I will take some passport images again, but smooth out the satin and see if that works. I'll try it with some personal jewelry. May be a couple of days before I get to it, though.  Family stuff going on.

 

Betty

Link to post
Share on other sites

When you make the profile from the X-rite passport, it automatically white balances the profile image....

 

"Open an image of the ColorChecker Classic in the Camera Raw plug-in. You do not need to perform a white balance; the ColorChecker Passport application will analyze the image and make adjustment automatically."....ColourChecker Passport manual....

 

Thanks Geoff, that's clarified how the profile is generated, I need to modify my simplified description (see above) so it now reads:-

 

In simplistic terms, I believe X-Rite generates the profile as follows.

 

The image of the X-Rite colour checker is first checked to determine the white balance of the illumination (using the grey patches) and the white balance if the image is adjusted accordingly, so the grey patches are nominally neutral. 

 

The software then calculates the difference between the colour of each of the coloured patches and the expected value. These differences are then used to create the camera correction profile.

 

In theory, the X-Rite camera correction profile shouldn't alter the white balance of the grey patches when it is applied to an image..

 

In reality nothing's perfect, and you may see some shift in WB when applying the camera correction profile. There's all sorts of fitting and conversion processes going on "behind the scenes" and the correction profile ends up being the best fit compromise to the data supplied.

 

However, there seems to be an opportunity for confusion here. Although the X-Rite software carries out a WB adjustment before creating the profile, I still believe that the resulting profile (when applied to images) does not significantly alter the WB.

 

Here's a simple test that seems to demonstrate this (maybe I'm doing something wrong)?

 

If I take a photo of the Colorchecker under artificial (halogen) light. I open it in LR with daylight WB and Adobe standard camera profile. At this point I can see that the whole image is way too yellow and the colours are wrong. However, as instructed, I can generate a DNG profile from this image using the LR X-Rite Export preset without bothering to adjust the WB (X-Rite takes this into account).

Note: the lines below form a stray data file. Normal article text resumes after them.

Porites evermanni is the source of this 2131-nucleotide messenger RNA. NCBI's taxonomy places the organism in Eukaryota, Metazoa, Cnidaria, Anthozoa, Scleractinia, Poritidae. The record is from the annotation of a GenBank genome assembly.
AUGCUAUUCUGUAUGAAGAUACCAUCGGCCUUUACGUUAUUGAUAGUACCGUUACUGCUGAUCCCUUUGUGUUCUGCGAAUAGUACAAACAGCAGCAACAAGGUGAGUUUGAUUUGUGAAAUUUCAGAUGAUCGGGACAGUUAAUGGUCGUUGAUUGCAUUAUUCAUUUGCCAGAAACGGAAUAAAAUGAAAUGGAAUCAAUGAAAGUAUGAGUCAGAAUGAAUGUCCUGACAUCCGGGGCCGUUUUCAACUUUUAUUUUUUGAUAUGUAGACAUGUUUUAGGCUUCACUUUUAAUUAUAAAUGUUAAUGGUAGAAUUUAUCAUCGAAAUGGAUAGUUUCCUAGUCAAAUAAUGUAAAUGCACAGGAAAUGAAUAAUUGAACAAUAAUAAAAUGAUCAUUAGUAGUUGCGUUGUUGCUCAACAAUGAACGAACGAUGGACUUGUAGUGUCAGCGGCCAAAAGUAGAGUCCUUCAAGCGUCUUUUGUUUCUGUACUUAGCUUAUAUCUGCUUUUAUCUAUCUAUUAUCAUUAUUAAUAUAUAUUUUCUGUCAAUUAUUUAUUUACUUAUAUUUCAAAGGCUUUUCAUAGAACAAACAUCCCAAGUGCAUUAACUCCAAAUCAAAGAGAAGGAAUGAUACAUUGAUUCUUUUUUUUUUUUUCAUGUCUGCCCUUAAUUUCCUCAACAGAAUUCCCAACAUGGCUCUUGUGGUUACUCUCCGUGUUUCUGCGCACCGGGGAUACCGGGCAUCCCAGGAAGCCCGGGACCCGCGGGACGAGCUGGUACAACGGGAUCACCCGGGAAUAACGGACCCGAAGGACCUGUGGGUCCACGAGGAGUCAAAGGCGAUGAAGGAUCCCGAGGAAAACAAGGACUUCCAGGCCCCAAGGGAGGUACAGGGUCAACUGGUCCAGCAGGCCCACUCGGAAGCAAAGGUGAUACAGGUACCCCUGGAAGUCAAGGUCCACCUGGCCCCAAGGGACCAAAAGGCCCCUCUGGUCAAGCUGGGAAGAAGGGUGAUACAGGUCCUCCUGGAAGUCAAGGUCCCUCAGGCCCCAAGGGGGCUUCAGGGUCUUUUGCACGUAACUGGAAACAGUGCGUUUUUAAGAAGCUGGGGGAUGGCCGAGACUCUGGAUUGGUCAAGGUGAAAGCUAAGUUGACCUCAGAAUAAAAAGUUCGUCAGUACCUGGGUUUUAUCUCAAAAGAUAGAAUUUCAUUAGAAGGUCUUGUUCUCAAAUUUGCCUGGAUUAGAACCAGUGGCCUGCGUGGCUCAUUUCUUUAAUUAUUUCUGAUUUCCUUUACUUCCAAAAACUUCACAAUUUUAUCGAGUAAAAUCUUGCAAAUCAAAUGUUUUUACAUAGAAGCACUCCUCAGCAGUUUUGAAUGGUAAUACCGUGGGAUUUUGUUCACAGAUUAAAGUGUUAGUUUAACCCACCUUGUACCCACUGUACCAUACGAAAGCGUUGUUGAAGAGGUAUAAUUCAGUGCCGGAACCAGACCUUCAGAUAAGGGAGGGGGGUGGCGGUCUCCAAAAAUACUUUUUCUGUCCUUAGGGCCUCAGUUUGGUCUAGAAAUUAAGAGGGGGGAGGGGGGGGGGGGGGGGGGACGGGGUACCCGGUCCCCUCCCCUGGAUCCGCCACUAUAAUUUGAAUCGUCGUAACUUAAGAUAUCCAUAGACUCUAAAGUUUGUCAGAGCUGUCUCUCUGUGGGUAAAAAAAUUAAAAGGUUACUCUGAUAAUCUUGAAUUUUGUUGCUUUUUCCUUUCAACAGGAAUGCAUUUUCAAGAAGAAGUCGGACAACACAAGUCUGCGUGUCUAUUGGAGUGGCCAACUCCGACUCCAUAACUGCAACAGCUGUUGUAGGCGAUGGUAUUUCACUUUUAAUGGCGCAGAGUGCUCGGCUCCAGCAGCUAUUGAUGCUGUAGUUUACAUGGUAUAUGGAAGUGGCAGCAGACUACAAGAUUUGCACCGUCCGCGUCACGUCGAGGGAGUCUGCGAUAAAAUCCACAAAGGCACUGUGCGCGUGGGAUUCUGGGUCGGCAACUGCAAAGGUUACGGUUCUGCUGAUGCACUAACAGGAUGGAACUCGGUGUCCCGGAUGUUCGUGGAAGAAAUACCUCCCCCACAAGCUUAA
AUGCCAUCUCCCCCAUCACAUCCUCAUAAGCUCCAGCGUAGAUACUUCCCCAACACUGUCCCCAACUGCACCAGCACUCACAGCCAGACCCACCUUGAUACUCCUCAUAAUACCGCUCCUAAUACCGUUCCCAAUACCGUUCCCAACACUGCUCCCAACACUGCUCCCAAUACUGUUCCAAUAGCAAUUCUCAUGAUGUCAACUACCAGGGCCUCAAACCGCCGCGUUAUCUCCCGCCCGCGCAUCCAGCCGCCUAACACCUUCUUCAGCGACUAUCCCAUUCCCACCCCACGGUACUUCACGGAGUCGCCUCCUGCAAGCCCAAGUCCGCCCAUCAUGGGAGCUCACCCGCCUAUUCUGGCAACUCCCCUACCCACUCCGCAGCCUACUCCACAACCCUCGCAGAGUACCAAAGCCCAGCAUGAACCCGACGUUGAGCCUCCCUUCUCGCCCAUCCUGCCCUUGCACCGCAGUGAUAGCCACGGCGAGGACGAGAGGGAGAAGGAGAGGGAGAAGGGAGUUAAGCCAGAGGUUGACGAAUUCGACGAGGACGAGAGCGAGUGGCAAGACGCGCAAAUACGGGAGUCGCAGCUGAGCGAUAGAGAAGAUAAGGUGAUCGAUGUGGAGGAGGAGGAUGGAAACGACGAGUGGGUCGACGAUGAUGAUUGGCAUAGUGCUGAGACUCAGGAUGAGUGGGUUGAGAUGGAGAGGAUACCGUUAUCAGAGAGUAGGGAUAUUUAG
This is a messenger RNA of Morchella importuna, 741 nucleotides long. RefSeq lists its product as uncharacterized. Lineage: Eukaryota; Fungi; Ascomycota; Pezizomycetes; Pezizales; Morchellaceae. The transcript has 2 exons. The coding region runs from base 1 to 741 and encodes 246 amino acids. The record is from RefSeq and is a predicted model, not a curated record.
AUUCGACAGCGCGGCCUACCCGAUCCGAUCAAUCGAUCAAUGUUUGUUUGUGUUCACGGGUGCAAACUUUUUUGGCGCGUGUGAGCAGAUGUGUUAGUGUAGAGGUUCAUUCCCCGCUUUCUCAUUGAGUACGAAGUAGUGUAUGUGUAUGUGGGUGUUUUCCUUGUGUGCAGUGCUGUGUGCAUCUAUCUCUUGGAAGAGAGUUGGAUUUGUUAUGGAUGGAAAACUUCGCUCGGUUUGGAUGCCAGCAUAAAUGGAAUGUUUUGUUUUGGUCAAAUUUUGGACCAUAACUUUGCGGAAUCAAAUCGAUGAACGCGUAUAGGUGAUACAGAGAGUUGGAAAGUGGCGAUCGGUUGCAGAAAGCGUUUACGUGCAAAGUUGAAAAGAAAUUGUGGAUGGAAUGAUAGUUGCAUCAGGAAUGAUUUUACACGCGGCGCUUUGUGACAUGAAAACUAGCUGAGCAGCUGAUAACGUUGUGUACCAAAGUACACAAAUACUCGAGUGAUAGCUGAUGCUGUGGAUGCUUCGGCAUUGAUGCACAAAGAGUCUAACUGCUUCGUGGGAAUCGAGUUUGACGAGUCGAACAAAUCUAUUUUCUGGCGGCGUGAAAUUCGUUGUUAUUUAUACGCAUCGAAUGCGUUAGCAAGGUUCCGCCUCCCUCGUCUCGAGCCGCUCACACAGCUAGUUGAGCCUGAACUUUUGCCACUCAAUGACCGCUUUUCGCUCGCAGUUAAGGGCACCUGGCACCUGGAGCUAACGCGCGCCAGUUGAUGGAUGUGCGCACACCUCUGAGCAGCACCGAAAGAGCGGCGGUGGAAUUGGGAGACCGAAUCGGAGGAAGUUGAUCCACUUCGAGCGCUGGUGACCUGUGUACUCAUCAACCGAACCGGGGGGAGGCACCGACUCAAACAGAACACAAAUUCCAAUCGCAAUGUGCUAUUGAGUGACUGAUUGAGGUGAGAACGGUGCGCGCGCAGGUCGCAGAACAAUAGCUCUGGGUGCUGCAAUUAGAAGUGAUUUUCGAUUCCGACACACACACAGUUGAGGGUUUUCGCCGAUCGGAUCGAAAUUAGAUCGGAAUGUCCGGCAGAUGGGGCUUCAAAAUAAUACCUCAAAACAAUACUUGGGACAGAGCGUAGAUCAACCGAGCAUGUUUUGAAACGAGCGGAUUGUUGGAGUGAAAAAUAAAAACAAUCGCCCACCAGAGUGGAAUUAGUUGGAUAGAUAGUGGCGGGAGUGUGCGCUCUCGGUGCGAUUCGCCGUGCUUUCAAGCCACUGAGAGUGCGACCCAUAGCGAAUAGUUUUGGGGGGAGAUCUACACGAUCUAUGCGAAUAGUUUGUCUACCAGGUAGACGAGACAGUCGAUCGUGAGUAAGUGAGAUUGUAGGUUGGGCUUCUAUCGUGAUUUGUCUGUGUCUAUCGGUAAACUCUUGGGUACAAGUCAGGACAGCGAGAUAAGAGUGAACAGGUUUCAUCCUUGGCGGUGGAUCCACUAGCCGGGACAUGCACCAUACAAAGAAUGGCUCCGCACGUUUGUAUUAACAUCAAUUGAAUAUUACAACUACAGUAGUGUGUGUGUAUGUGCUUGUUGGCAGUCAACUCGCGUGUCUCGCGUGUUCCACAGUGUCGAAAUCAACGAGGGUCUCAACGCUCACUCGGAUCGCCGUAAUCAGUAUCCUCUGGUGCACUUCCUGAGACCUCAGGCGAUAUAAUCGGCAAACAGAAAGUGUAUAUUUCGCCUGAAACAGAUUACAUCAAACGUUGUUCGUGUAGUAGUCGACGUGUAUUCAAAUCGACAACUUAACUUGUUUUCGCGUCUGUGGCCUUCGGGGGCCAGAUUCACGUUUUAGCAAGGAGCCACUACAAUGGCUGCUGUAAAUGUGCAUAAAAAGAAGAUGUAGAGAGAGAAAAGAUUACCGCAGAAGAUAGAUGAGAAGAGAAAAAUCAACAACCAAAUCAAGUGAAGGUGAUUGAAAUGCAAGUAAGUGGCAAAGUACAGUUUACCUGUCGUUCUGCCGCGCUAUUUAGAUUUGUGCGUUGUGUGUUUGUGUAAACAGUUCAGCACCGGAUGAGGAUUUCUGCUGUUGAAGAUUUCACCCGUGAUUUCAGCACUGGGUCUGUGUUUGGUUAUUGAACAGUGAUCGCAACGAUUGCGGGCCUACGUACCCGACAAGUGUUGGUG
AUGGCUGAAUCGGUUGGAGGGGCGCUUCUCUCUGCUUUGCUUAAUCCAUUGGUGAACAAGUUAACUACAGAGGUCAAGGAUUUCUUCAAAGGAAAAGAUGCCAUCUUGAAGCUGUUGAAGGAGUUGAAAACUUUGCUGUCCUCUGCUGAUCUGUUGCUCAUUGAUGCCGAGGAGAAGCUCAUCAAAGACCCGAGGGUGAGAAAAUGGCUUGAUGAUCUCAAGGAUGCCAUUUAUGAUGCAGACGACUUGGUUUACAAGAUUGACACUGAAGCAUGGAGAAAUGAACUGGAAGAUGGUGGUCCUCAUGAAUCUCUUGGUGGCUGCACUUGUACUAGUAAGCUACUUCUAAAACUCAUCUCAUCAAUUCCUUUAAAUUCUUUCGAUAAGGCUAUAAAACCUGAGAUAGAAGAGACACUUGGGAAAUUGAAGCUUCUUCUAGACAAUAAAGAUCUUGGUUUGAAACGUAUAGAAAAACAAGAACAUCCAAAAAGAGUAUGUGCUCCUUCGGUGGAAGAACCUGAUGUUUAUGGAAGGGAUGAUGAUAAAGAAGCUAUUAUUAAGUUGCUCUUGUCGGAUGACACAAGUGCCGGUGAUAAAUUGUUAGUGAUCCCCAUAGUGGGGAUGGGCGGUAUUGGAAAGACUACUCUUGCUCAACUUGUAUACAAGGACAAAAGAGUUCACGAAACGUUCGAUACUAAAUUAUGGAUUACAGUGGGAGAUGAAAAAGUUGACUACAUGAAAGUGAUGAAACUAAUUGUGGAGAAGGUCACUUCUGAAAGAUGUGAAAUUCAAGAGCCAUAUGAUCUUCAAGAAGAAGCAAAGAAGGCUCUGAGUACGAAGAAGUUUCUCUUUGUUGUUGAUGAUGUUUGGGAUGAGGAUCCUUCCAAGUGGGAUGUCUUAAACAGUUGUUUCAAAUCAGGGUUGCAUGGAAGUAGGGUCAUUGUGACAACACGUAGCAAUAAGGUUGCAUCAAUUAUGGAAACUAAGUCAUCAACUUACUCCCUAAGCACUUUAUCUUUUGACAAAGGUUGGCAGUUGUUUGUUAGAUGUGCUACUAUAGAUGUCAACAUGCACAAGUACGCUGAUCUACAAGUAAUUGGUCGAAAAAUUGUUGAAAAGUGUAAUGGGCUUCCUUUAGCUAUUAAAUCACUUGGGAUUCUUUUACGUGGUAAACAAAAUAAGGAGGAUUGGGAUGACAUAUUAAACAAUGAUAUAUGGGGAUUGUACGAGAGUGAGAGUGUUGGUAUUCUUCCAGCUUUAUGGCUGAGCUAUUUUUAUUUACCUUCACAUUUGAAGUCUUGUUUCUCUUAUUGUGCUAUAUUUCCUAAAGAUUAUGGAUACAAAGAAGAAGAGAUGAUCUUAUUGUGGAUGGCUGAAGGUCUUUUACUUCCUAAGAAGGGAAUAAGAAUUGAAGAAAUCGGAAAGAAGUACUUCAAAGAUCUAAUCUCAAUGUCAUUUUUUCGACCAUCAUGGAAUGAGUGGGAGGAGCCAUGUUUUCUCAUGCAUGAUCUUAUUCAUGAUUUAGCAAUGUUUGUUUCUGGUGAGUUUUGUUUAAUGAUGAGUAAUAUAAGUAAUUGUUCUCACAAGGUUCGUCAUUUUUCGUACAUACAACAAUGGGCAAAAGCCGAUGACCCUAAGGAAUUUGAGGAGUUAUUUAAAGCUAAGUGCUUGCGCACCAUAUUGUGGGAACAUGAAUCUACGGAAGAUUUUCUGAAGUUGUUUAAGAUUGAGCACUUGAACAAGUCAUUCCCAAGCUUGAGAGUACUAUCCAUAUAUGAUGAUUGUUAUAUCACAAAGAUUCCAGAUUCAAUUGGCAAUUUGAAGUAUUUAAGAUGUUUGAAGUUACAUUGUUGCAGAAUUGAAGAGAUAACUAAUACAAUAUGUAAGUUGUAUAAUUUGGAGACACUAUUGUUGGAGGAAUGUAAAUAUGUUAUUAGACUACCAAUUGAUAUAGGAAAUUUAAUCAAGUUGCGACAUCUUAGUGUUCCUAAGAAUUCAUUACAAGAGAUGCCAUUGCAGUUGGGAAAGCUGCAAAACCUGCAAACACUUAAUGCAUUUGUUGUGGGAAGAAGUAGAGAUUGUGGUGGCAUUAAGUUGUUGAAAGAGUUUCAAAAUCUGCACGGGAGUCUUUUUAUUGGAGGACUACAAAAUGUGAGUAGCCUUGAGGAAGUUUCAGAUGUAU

I then exit LR, restart and reload the image. At this stage the camera profile is Adobe standard and the WB is still set to daylight. The image looks just like before (no surprises there).

 

Now I apply the camera profile I just generated. The colours improve but the WB hardly changes, the image is still way too yellow. To my mind this proves that the applying the camera profile alone does not fix the WB.

 

If I subsequently click the WB eyedropper on one of the grey patches, bingo, everything looks perfect.

 

I feel this hypothesis is also supported by the behaviour of Adobe Profile Editor which actually tells you the WB (top of screen) which you need to apply in LR to get a neural greys when using the profile that you've just created.

 

Mark

Link to post
Share on other sites

 

When you make the profile from the X-rite passport, it automatically white balances the profile image....

 

"Open an image of the ColorChecker Classic in the Camera Raw plug-in. You do not need to perform a white balance; the ColorChecker Passport application will analyze the image and make adjustment automatically."....ColourChecker Passport manual....

 

That's what I discovered, Geoff.  I did try applying a WB to the already corrected images and could not improve the images at all.  In fact, clicking on some of the WB squares caused me not to like what happened.

 

I had about 3 quick images of two purple pieces and one clear white I shot (again) with the passport before returning the jewelry to the owner.  One profiled well, but that one was of the clear white piece on a neutral gray bust.

The other two (purple) were on silver satin background and black satin.  The profile could not be completed...stated "could not find the crop boundaries" or some such.  And yes, the images were well exposed.